An unread copy of A Tale of Two Cities sat in my TBR pile, but, in the end, I decided to read Austen’s Northanger Abbey. I read it a couple of years ago, but I don’t remember anything about it. At all. However, I’ve come across numerous bloggers saying they loved Northanger Abbey, and thought it was hilarious. I couldn’t even imagine Northanger Abbey and hilarious in the same sentence, since I thought it was ridiculously boring.

But then I realized something.

When I read Northanger Abbey a couple of years ago, I had no idea who Anne Radcliffe was and had never heard of The Mysteries of Udolpho. Most of the humor in the book, according to numerous sources, relies on knowing the basic premise of The Mysteries of Udolpho—and having an appreciation for dark castles on stormy nights.

So, I’m going to see for myself.

I’m off to reread Northanger Abbey now.

It’s too late to sign up, but the tour schedule can be found here.

Sunday, May 8, 2011

Thoughts: Daddy-Long-Legs by Jean Webster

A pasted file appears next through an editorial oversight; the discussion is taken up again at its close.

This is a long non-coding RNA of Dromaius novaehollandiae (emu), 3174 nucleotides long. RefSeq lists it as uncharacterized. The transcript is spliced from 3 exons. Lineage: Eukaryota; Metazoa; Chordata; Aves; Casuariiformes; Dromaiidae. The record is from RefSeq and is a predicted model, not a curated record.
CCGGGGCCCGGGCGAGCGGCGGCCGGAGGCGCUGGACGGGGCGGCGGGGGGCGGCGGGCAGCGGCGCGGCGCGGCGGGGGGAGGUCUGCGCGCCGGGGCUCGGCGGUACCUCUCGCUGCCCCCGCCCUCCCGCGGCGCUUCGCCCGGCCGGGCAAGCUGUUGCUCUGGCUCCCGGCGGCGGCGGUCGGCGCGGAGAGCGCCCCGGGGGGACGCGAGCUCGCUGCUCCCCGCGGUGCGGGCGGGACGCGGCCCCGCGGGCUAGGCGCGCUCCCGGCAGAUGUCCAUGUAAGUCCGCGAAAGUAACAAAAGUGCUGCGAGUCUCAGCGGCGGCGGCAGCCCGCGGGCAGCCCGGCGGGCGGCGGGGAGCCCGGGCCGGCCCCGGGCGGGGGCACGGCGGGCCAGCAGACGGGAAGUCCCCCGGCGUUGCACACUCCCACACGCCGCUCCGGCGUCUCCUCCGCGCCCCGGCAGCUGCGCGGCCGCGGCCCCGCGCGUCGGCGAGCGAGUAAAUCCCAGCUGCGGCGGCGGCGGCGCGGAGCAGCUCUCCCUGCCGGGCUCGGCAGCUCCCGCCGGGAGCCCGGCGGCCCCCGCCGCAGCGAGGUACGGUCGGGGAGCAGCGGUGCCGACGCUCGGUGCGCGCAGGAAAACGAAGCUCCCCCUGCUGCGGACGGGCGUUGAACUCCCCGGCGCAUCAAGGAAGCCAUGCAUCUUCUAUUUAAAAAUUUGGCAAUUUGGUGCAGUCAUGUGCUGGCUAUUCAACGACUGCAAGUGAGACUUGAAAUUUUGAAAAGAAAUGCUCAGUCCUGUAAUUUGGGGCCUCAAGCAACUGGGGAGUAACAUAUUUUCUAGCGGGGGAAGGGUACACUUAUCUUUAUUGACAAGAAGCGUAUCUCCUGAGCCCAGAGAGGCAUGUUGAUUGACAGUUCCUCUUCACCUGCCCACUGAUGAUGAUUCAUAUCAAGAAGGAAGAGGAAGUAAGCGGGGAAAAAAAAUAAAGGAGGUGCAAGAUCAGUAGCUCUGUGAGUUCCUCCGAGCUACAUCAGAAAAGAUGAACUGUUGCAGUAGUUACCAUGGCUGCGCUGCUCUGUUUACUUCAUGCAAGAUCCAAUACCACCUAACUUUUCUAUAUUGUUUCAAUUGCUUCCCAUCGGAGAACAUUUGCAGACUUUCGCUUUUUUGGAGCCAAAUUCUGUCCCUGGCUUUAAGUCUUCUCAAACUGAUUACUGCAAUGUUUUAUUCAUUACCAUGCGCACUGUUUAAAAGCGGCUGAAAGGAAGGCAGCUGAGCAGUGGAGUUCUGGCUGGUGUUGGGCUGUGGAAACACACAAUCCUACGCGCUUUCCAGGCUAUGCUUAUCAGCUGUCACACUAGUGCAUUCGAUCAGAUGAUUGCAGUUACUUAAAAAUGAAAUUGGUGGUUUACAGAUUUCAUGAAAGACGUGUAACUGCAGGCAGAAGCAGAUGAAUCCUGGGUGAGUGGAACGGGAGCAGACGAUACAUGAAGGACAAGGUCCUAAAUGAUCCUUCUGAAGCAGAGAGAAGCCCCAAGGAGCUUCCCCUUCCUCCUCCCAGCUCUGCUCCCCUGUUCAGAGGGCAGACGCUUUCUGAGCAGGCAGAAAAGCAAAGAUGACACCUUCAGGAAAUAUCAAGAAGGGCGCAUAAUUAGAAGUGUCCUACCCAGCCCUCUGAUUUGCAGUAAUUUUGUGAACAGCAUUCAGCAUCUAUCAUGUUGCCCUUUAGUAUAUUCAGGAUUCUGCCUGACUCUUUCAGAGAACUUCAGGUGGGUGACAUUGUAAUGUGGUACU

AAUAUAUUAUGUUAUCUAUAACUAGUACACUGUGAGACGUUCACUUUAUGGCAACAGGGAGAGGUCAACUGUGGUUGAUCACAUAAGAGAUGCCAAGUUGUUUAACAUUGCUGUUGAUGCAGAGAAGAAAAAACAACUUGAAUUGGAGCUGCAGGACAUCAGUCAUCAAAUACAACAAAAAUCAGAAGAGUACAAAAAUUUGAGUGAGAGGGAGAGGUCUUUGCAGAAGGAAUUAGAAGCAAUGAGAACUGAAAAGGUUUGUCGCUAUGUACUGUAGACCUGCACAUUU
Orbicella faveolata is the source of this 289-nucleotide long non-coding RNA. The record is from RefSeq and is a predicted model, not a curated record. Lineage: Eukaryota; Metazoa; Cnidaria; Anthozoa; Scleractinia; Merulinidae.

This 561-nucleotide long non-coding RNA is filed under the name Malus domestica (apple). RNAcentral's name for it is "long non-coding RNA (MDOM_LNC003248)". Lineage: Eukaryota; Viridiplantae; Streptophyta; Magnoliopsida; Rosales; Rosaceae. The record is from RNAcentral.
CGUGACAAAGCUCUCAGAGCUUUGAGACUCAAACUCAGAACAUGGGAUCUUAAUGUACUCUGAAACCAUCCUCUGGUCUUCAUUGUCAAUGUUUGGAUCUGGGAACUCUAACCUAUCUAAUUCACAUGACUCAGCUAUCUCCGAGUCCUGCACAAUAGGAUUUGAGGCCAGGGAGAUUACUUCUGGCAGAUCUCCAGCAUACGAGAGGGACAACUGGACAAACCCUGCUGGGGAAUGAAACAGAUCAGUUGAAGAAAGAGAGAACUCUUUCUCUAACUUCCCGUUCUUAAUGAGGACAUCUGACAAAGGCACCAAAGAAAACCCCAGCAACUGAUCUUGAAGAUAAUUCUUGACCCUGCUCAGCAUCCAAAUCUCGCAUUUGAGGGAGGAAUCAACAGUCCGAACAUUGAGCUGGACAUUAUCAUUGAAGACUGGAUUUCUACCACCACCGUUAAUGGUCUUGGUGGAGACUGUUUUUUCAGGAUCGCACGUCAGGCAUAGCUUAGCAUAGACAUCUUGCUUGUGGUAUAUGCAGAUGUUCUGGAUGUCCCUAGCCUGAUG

Like Anne of Green Gables, I first encountered the anime adaptation of Daddy-Long-Legs, and didn’t find out it was a book until many years later. I came across a ton of reviews that compared Daddy-Long-Legs to Anne of Green Gables, so I really had to see for myself.

Daddy-Long-Legs is about an orphan named Jerusha Abbott who prefers to call herself Judy. A board member of the orphanage Judy is staying in notices her, and offers to pay for her college education—including her board, allowance, basically everything. The rest of the novel tells Judy’s adventures in college, especially as she becomes acquainted with Jervis Pendleton.

I recently read Anne of Green Gables, so I guess it’s unavoidable that I’d compare Judy to Anne. They were both orphans who did well in school. Both love literature, are frank, and have wild imaginations. The difference is that I loved Anne from the very beginning, while I felt an overwhelming urge to slap Judy with a hardbound book most of the time. Judy did grow on me, though, in the last couple of chapters, but she's ridiculously annoying in the beginning. I couldn’t even believe she was eighteen, because she acted like a twelve-year-old.